Mondays with Murray: Do Animals Have "Rights"?Submitted by Marc Clair on Mon, 05/20/2013 - 14:09
I’ve always been a big animal lover. I’ve had dogs throughout my childhood and now in my adulthood as well. In my early days as a budding libertarian, the issue of “animal rights” was always a difficult one for me. While I’m certainly no vegan, I’ve always held the issue of abuse of animals – both domestic pets as well as livestock – close to the heart. At the same time, surely animals could not be equated with humans in terms of rights, otherwise it would be against all libertarian principle to kill animals even for food, clothes, or other essential human needs.
So what was Murray Rothbard’s view on “animal rights”? Luckily for all of you, it’s Monday – the perfect time to find out!
From The Ethics of Liberty, Chapter 21:
But the fundamental flaw in the theory of animal rights is more basic and far-reaching. For the assertion of human rights is not properly a simple emotive one; individuals possess rights not because we “feel” that they should, but because of a rational inquiry into the nature of man and the universe. In short, man has rights because they are natural rights. They are grounded in the nature of man: the individual man’s capacity for conscious choice, the necessity for him to use his mind and energy to adopt goals and values, to find out about the world, to pursue his ends in order to survive and prosper, his capacity and need to communicate and interact with other human beings and to participate in the division of labor. In short, man is a rational and social animal. No other animals or beings possess this ability to reason, to make conscious choices, to transform their environment in order to prosper, or to collaborate consciously in society and the division of labor.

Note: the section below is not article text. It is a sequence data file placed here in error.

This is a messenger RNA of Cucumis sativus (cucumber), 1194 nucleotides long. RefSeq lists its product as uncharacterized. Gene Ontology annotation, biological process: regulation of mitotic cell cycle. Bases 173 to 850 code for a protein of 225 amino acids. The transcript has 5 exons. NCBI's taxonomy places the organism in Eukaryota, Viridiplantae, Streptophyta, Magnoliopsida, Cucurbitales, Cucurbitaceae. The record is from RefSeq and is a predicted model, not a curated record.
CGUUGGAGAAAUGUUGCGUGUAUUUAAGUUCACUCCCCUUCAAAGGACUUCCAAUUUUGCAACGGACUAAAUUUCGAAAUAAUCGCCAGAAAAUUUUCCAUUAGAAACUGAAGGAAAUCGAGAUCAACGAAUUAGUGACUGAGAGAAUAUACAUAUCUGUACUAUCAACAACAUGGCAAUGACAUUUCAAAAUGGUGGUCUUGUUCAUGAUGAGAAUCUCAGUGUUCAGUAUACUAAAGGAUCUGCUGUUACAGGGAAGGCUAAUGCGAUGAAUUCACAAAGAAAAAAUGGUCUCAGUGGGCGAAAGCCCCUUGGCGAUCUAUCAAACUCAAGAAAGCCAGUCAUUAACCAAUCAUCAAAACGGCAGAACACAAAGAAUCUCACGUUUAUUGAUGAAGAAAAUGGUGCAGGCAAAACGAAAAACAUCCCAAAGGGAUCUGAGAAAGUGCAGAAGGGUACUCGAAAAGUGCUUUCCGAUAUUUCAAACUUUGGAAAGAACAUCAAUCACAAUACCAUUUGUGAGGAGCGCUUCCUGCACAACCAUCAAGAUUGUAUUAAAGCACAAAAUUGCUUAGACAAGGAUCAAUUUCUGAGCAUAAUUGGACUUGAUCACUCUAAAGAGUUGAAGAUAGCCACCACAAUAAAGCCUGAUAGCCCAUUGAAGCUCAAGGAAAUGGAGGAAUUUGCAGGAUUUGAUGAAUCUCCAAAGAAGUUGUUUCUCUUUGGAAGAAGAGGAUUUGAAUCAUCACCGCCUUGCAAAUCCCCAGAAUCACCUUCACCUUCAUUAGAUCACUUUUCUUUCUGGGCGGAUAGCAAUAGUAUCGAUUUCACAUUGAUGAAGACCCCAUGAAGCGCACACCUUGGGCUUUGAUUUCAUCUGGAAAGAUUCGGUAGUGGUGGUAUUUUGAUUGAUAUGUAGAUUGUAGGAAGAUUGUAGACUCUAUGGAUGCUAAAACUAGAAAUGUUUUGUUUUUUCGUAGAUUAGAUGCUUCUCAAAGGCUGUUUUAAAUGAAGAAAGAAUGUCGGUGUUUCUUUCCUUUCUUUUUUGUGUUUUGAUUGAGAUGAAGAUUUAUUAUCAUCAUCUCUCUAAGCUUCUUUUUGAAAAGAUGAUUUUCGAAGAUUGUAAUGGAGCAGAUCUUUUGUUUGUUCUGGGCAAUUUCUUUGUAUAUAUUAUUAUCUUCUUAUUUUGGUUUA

Thus, while natural rights, as we have been emphasizing, are absolute, there is one sense in which they are relative: they are relative to the species man. A rights-ethic for mankind is precisely that: for all men, regardless of race, creed, color or sex, but for the species man alone. The Biblical story was insightful to the effect that man was “given” or,—in natural law, we may say “has”—dominion over all the species of the earth. Natural law is necessarily species-bound.
Rothbard bases his views on the concept of natural rights - the idea that man, by his nature, has the capacity to make conscious decisions in order to pursue their preferred means. The concept of human action is the basis from which we can logically deduce that man is a rational and social being.
This same concept does not apply to animals, because they do not posses this ability which, as far as we know, only applies to the species of humans. We don’t think that a lion is “evil” because it goes out and kills other animals in order to feed itself. The lion is not acting using reason in this case, but rather instinct. If a human were to go on a similar killing spree of humans, even if it were in order to eat those humans as food, we would rightly be appalled and decry that person as “evil”. This is what makes human unique; humans utilize not just instinct, but reason.